Animal Legal Defense Fund (Animal Rights vs And Animal Welfare)
The Animal Legal Defense Fund (ALDF) is an American non-profit law organization that aims to protect the rights and advance the interests of animals through the legal system. It was founded in 1979, by attorneys active in shaping the emerging field of animal law. The ALDF has campaigned for stronger enforcement of anti-animal cruelty laws and more humane treatment of animals. Their activities include filing lawsuits, providing legal assistance to prosecutors handling cruelty cases, working to strengthen state anti-cruelty statutes and hosting seminars, workshops and other outreach efforts. In addition to their national headquarters in Cotati, California, the Animal Legal Defense Fund maintains an office in Portland, Oregon.
The Animal Legal Defense Fund’s primary programs include a litigation program, aimed at stopping the abuse of companion animals, and animals abused in industries including factory farming and the entertainment business; a criminal justice program, which assists law enforcement agencies and legal prosecutors in seeking maximum penalties for those who abuse animals; and an animal law program, to advance the field of animal law in law schools and among legal professionals.
ALDF has “hundreds of dedicated attorneys” that may bring suits themselves, or the organization may retain outside legal counsel. Their civil actions include filing amicus curiae briefs arguing the case for “recognition of the bonds between humans and nonhuman animals.” The ALDF also awards grants to attorneys involved in animal-related cases, provides expert testimony and assists those seeking non-economic damages in cases involving death or injury of a companion animal.
Examples of litigation by ALDF include suits filed in North Carolina, a state that permits uninvolved third parties to sue an animal abuser. One sought custody of 106 dogs held in negligent conditions by a dog breeder. A settlement was reached whereby the breeder surrendered ownership of the dogs. In 2005, the organization sued a Californian animal trainer who had they accused of violating the Endangered Species Act and anti-cruelty statutes by beating chimpanzees with sticks. The suit was settled without the trainer acknowledging any wrongdoing, however the chimps were retired from performing and transferred to an animal sanctuary in Florida. In 2007, the ALDF filed a lawsuit against a pig farming company, who they claimed were intensively breeding pigs at a Californian farm in conditions that were in violation of the state’s anti-cruelty laws. The organization sought a court order to improve the treatment of the animals, and urged the Los Angeles Dodgers to cease buying hot dogs from the supplier to “avoid the stigma” of association. In 2008, the suit was dropped when the company stopped breeding pigs at the farm for a “variety of business reasons.”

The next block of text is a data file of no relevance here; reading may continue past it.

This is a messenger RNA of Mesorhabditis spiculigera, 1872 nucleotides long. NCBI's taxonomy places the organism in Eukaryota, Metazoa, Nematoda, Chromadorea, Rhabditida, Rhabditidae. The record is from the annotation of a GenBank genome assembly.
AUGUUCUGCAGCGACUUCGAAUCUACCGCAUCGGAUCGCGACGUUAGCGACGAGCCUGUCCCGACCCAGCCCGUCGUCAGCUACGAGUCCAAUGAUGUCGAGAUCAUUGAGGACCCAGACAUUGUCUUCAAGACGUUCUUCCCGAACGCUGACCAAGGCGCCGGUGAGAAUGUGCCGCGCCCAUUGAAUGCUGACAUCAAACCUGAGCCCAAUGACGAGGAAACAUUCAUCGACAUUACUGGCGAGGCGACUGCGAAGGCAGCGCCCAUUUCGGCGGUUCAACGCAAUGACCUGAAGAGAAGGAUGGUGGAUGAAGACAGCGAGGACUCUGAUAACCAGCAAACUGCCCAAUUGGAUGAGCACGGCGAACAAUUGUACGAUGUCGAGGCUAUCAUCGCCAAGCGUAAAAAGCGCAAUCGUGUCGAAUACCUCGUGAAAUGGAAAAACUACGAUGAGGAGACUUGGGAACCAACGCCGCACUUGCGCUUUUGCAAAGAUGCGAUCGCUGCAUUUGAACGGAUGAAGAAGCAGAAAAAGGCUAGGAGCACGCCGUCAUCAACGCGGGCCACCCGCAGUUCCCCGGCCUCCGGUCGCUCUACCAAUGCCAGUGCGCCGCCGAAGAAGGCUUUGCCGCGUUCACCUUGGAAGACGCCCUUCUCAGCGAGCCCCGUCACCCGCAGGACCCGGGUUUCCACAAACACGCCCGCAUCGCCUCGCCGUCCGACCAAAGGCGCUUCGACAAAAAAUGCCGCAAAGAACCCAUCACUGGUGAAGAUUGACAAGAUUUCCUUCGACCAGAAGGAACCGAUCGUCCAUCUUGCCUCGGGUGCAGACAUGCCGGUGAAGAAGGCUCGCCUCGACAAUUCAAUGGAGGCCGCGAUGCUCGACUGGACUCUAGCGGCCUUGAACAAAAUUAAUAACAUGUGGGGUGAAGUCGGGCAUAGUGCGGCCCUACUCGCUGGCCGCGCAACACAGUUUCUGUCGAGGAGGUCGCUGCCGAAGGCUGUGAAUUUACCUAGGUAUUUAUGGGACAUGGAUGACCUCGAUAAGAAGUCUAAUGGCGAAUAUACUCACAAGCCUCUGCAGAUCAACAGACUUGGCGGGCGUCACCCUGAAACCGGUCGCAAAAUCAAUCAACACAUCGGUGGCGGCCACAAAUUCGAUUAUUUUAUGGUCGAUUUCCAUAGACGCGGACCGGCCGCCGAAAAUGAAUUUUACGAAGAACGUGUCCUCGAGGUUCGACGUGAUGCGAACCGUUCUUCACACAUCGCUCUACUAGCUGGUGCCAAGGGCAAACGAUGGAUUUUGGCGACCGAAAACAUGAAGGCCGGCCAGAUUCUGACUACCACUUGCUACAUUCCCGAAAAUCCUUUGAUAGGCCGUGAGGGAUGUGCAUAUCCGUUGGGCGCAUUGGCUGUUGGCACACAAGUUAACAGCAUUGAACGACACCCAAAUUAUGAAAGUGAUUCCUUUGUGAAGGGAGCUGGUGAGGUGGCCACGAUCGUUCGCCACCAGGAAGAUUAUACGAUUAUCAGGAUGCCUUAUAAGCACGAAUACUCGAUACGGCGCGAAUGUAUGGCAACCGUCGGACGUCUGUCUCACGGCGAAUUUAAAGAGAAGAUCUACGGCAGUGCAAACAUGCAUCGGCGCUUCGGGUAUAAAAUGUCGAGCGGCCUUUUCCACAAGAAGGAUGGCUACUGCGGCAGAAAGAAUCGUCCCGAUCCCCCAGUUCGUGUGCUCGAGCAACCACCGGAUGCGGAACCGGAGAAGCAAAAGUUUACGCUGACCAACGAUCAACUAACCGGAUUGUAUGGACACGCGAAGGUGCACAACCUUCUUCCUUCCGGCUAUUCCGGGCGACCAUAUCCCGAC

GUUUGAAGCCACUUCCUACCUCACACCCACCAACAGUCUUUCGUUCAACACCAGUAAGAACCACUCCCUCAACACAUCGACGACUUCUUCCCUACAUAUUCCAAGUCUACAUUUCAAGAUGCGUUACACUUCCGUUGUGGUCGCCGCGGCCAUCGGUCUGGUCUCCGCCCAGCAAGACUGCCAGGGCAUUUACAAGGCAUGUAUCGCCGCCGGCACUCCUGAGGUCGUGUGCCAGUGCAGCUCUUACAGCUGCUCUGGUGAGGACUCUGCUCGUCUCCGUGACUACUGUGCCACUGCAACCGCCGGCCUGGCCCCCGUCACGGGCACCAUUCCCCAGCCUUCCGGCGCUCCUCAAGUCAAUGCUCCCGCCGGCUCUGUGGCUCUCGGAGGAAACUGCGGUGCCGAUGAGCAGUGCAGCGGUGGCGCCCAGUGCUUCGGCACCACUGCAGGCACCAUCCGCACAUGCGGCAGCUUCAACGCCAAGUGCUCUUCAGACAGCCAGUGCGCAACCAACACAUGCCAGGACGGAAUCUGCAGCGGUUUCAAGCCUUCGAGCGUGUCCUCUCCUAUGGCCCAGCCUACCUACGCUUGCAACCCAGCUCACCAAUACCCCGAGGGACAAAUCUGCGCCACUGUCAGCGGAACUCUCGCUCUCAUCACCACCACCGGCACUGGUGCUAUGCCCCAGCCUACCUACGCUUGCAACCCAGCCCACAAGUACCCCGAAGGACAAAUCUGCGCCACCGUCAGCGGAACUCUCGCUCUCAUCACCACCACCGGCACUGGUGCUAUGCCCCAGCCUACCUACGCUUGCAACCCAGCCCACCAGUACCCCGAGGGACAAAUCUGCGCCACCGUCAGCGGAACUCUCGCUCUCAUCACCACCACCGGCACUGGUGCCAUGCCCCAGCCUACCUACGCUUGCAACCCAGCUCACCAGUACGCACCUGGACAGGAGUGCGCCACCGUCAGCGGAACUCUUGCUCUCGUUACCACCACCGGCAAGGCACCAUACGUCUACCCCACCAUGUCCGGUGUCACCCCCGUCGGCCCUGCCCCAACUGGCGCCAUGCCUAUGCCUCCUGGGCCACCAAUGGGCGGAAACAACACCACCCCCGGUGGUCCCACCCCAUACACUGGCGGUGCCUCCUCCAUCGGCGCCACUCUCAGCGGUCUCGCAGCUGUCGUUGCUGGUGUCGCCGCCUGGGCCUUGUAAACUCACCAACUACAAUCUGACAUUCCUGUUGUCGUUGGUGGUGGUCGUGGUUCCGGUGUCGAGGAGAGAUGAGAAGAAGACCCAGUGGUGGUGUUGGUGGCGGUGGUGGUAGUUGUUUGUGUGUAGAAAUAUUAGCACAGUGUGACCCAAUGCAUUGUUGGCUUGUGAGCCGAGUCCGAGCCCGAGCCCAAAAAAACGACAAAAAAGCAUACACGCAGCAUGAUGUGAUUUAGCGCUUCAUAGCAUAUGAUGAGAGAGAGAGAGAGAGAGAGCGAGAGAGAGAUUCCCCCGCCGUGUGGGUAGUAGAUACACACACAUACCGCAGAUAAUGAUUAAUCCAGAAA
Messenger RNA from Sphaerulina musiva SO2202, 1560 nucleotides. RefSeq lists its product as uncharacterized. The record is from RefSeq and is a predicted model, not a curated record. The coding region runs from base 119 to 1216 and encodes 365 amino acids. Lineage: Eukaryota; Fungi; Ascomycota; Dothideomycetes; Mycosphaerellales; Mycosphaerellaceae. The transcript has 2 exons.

ALDF’s Criminal Justice Program is staffed by attorneys, including former prosecutors, with expertise in animal protection law who provide free legal assistance to prosecutors and law enforcement agencies. They aim to ensure that state criminal anti-cruelty statutes are vigorously enforced and that those convicted of animal cruelty and neglect receive appropriate sentences. They also work with state legislators to enact felony anti-cruelty statutes in states that do not yet have them and to upgrade existing laws in states that do. The Criminal Justice Program also maintains a nationwide database of animal cruelty cases and current and model animal protection laws available to prosecutors, legislators and researchers.
ALDF’s Animal Law Program works closely with law students and law professionals to advance the emerging field of animal law. The Animal Law Program also assists bar association members interested in forming animal law bar sections or committees and partners with pro bono coordinators interested in developing animal law volunteer opportunities at their firms.
Cases & Campaigns
In May, following a petition by ALDF, PETA, Orca Network, and others, the National Marine Fisheries Service proposed a rule to grant Lolita the same status under the Endangered Species Act (ESA) that covers all other Southern Resident orcas—the pod that she was seized from in 1970. ALDF and PETA believe that the current confinement conditions that Lolita is subjected to are prohibited by the ESA. This action opens the door to the prospect that she could be retired from performing and transferred to a seaside sanctuary.
In January Caltrans agreed to remove bird-killing nets at a local highway project, and vowed to use safer construction methods after settling with ALDF and conservation groups.